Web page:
Historically, from both an origin of the arts perspective (Daito-ryu, etc.), atemi was frequently displayed by O'Sensei and his senior instructors. One of the sessions I recently attended with Saotome sensei at winter camp was almost entirely atemi.

My research showed a couple of factors eliciting the practitioner's perspective: organization/style-softer styles like Ki Society tended to be less favorable of atemi. Harder styles like Yoshinkan tended to favor it more. Another factor was the training background of the sensei. Some trained with senseis that simply did not teach them any atemi.

Personally, I teach and favor atemi. Aikido is a martial art. Atemi was a part of it historically and in my opinion should be now as well. I think you need to learn to do it properly. It is defined as strikes to vital points by sandai doshu. Therefore, you need to learn not only how to strike properly, but also you need to learn some anatomy of various vital/pressure points. You need to know how to hit them properly to make the atemi effective. Various levels have been bandied about in the literature up to the statement that 100% of aikido is atemi. The choice to throw or lock someone out and pin them is a choice not to deliver an atemi. I also favor other forms of "atemi" such as pressing, pinching, etc. of vital points.

Last edited by aikidoc : 01-04-2013 at 05:04 PM.
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Old 01-04-2013, 08:58 PM   #58
Aikeway
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Re: Atemi and Aikido

I would like to add that not only do you need to learn how to deliver atemi correctly and at what specific vital targets, but you need to practice very regularly and in my opinion toughen up the hands and feet so as to be able to deliver atemi techniques with power. The skin, the knuckles, the wrists, the finger tips and toes (if you use spearhand and toe kicks) need to be hardened. The wrists need strengthening so they don't collapse with a punch. I use a makiwarra, leather punching bag without gloves and a canvas bag filled with no. 3 leadshot (for nukite strikes) to strengthen my hands and feet for atemi. For blocking practice, I get a training partner to strike me randomly with a shinai (bamboo sword) which is great for reflexes and it also toughens the body up.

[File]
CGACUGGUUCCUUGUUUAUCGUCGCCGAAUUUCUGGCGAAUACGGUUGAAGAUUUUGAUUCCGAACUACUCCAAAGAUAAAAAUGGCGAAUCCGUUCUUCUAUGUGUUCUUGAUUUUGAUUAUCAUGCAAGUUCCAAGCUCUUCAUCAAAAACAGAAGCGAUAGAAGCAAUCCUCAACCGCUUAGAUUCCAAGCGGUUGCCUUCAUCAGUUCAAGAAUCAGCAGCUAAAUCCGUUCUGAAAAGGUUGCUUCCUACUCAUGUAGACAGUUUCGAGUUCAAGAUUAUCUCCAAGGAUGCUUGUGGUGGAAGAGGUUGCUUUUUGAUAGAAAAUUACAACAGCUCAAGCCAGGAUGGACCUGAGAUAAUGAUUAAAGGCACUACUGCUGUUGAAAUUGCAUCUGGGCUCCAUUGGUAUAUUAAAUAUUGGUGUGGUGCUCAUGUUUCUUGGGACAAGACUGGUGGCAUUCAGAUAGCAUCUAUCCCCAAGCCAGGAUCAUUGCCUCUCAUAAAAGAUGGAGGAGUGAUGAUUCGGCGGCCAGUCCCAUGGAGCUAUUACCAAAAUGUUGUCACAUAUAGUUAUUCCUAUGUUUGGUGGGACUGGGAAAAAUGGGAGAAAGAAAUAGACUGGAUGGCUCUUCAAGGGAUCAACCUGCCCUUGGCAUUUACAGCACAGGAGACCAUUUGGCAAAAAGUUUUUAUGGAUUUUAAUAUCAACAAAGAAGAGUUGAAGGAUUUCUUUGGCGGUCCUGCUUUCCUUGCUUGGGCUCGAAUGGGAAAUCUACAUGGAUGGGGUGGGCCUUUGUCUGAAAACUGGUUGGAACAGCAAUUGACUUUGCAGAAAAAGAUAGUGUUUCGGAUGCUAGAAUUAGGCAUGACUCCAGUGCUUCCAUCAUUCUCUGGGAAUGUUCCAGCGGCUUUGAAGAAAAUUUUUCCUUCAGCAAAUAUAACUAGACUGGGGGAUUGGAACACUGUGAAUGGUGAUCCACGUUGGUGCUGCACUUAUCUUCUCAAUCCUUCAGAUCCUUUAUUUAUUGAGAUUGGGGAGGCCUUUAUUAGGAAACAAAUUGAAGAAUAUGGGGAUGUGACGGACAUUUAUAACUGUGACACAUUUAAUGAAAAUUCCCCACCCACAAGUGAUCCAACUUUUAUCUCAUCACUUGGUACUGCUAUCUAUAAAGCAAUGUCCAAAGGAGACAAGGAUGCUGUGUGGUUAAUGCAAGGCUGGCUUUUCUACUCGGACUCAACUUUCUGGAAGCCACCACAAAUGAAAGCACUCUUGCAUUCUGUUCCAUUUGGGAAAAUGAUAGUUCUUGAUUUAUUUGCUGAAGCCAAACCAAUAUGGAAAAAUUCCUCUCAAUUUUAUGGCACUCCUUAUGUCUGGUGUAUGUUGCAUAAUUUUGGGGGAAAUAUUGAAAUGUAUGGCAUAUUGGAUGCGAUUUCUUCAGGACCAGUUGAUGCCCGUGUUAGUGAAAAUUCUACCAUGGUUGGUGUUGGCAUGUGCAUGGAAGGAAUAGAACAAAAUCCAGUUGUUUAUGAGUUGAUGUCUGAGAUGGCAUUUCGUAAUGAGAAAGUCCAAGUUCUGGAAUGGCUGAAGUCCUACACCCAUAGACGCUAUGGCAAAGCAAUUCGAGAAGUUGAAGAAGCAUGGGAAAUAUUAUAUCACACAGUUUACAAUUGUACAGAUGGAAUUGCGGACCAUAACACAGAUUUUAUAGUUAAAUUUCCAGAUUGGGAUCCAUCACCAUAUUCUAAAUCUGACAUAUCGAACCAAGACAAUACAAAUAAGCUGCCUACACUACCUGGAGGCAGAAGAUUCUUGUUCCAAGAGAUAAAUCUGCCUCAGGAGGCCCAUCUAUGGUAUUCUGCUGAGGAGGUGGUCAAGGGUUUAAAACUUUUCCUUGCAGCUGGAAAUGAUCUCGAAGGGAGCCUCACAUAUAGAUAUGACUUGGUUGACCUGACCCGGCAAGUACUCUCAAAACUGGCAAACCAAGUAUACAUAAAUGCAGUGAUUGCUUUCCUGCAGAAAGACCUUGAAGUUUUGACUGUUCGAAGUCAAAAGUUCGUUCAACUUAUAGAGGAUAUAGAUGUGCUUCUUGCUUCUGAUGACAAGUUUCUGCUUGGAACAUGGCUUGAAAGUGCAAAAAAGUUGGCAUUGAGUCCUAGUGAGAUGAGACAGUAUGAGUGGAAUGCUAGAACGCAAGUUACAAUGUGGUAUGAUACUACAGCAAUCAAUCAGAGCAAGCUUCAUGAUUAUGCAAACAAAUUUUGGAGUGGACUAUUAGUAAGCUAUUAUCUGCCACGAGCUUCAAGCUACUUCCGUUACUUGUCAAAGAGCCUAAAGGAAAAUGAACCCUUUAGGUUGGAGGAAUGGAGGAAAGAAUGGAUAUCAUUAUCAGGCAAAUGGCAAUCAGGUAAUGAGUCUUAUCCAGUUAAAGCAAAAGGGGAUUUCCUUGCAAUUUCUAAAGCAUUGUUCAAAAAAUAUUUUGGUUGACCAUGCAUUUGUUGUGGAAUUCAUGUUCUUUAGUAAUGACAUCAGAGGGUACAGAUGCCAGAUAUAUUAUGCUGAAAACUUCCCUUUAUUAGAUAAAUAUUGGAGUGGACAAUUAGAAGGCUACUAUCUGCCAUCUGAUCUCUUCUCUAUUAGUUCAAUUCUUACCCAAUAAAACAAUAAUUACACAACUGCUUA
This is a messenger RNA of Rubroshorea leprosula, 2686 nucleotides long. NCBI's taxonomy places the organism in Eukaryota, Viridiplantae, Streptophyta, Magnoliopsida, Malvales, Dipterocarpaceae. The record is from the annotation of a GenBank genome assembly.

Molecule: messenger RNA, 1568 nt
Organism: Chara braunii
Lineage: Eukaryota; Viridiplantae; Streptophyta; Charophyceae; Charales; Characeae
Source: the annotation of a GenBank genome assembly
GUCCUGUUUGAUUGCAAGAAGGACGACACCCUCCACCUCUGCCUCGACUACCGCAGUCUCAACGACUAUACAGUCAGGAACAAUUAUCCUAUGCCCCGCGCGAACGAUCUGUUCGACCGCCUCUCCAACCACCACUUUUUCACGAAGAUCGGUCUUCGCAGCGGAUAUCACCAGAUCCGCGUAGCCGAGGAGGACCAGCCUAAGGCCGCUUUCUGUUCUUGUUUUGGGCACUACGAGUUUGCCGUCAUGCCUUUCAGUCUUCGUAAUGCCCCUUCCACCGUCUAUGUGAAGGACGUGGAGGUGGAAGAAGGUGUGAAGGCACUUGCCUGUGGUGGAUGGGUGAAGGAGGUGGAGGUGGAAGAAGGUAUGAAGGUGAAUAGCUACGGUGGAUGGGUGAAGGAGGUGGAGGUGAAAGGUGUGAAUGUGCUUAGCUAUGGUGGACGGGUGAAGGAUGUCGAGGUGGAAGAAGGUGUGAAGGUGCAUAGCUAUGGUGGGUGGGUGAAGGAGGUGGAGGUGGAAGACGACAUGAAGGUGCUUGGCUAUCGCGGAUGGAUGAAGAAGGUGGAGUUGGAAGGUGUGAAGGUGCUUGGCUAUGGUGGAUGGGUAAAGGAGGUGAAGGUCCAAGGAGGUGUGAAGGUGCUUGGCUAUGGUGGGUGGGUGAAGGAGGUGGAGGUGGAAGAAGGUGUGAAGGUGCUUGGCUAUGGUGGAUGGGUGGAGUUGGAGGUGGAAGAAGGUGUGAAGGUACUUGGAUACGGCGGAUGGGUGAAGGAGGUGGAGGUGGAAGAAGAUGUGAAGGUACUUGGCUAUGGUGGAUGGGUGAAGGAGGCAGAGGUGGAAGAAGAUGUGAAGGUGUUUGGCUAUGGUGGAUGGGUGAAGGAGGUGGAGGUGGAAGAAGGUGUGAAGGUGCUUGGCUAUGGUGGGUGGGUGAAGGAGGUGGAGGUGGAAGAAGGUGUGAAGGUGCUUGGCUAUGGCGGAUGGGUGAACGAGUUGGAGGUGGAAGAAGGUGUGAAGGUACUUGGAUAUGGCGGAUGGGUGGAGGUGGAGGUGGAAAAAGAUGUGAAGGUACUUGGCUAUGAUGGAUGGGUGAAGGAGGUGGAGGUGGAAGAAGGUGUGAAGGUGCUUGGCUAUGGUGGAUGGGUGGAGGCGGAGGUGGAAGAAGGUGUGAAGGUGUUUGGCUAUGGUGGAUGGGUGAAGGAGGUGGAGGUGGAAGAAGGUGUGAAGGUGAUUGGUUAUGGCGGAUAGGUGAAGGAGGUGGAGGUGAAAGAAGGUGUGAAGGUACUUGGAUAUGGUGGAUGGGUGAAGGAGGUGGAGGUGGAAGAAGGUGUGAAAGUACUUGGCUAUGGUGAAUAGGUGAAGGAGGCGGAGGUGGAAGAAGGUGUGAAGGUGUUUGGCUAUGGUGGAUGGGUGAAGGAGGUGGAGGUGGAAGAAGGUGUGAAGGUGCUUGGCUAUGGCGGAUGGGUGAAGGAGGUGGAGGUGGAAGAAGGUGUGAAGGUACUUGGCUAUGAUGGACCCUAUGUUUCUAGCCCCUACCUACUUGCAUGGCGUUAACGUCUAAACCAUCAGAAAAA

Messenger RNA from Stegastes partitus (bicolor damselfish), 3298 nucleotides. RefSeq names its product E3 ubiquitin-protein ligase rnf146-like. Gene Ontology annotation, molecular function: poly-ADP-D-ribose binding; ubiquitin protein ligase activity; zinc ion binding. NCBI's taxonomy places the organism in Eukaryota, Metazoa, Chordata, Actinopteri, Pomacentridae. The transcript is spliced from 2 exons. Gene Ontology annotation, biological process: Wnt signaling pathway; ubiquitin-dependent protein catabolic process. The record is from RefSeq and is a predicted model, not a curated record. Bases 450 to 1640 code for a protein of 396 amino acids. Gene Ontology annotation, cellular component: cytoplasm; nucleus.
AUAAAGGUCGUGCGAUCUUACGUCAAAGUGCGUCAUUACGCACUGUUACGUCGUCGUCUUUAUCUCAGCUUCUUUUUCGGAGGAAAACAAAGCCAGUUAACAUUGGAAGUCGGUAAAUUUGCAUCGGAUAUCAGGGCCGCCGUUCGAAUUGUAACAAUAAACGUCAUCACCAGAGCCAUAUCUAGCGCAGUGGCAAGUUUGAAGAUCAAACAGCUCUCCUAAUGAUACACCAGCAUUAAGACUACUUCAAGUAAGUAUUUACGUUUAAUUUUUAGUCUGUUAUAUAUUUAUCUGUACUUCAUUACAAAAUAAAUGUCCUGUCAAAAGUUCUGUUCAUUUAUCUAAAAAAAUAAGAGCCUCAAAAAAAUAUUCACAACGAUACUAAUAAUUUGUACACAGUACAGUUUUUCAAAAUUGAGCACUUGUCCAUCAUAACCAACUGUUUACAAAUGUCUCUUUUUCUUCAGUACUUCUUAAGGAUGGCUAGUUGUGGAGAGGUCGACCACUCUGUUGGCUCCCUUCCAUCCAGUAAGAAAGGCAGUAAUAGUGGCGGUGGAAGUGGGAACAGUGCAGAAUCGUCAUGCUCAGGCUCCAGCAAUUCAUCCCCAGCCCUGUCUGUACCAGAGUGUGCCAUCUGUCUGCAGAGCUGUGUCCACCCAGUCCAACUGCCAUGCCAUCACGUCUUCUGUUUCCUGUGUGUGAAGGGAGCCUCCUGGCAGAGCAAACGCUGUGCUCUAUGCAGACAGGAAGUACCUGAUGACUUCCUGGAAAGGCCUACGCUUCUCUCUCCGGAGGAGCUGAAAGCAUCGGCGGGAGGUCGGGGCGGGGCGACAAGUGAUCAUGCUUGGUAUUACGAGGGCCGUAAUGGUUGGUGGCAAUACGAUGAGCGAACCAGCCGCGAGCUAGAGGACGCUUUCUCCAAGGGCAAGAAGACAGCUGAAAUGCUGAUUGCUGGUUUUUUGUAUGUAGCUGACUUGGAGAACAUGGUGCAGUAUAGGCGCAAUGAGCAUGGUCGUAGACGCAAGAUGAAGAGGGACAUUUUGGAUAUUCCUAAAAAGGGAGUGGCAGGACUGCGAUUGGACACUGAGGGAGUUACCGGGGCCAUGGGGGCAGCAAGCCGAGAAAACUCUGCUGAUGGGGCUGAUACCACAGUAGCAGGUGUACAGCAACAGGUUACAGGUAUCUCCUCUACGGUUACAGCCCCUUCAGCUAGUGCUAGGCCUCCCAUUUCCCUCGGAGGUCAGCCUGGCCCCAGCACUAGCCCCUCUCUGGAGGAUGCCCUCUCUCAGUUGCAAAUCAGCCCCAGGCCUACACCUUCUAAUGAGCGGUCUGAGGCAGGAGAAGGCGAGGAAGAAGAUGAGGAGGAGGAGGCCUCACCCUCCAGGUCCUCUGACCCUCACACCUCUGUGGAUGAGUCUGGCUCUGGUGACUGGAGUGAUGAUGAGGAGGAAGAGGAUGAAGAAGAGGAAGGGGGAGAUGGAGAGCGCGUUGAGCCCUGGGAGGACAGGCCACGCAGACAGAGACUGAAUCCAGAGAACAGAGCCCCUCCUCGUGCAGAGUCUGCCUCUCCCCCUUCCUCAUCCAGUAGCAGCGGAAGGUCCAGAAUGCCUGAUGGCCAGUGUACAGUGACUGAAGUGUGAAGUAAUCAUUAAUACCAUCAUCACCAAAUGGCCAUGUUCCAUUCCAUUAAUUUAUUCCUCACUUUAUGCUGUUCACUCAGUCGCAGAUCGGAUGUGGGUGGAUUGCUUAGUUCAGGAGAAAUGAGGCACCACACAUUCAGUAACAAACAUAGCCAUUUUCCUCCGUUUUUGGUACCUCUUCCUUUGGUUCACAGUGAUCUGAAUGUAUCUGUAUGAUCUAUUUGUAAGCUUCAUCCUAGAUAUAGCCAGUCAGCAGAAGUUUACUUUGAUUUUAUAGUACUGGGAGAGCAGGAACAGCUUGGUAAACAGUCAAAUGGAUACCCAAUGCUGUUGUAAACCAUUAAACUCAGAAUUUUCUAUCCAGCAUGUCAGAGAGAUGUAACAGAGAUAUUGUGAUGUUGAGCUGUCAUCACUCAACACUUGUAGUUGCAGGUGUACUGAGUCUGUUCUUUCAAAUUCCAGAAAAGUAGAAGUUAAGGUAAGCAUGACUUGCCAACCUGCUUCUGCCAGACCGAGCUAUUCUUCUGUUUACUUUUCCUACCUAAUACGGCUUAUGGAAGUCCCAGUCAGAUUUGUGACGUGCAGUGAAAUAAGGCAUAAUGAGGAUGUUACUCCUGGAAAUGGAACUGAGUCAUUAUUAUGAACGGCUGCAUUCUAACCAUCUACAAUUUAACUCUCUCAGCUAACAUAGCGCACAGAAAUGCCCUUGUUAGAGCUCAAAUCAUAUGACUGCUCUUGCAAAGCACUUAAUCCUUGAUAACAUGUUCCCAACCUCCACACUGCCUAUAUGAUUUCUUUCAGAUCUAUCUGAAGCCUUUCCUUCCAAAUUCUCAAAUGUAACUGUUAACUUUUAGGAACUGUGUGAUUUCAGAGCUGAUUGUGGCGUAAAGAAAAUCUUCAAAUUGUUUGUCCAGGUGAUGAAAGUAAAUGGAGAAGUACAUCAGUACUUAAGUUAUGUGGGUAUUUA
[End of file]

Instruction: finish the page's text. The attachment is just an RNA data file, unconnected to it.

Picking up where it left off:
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Old 01-04-2013, 10:00 PM   #59
Belt_Up
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Re: Atemi and Aikido

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toughen up the hands and feet so as to be able to deliver atemi techniques with power.
I don't understand how this increases your striking force. Even a basic understanding of physics would tell you having tougher/thicker skin will not affect how hard you can strike. Or is my moisturising regimen actually undermining my atemi?
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Old 01-04-2013, 10:10 PM   #60
aikidoc
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Re: Atemi and Aikido

Sorry. I have to disagree on the hand conditioning need. Generally you will be striking soft targets. You would be better served working on precision and knowledge of the vital points. Timing, accuracy, speed, flow, etc. are also important. Not all of the strikes need to be of the karate bone crushing form necessitating conditioning.
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Old 01-05-2013, 02:56 AM   #61
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Re: Atemi and Aikido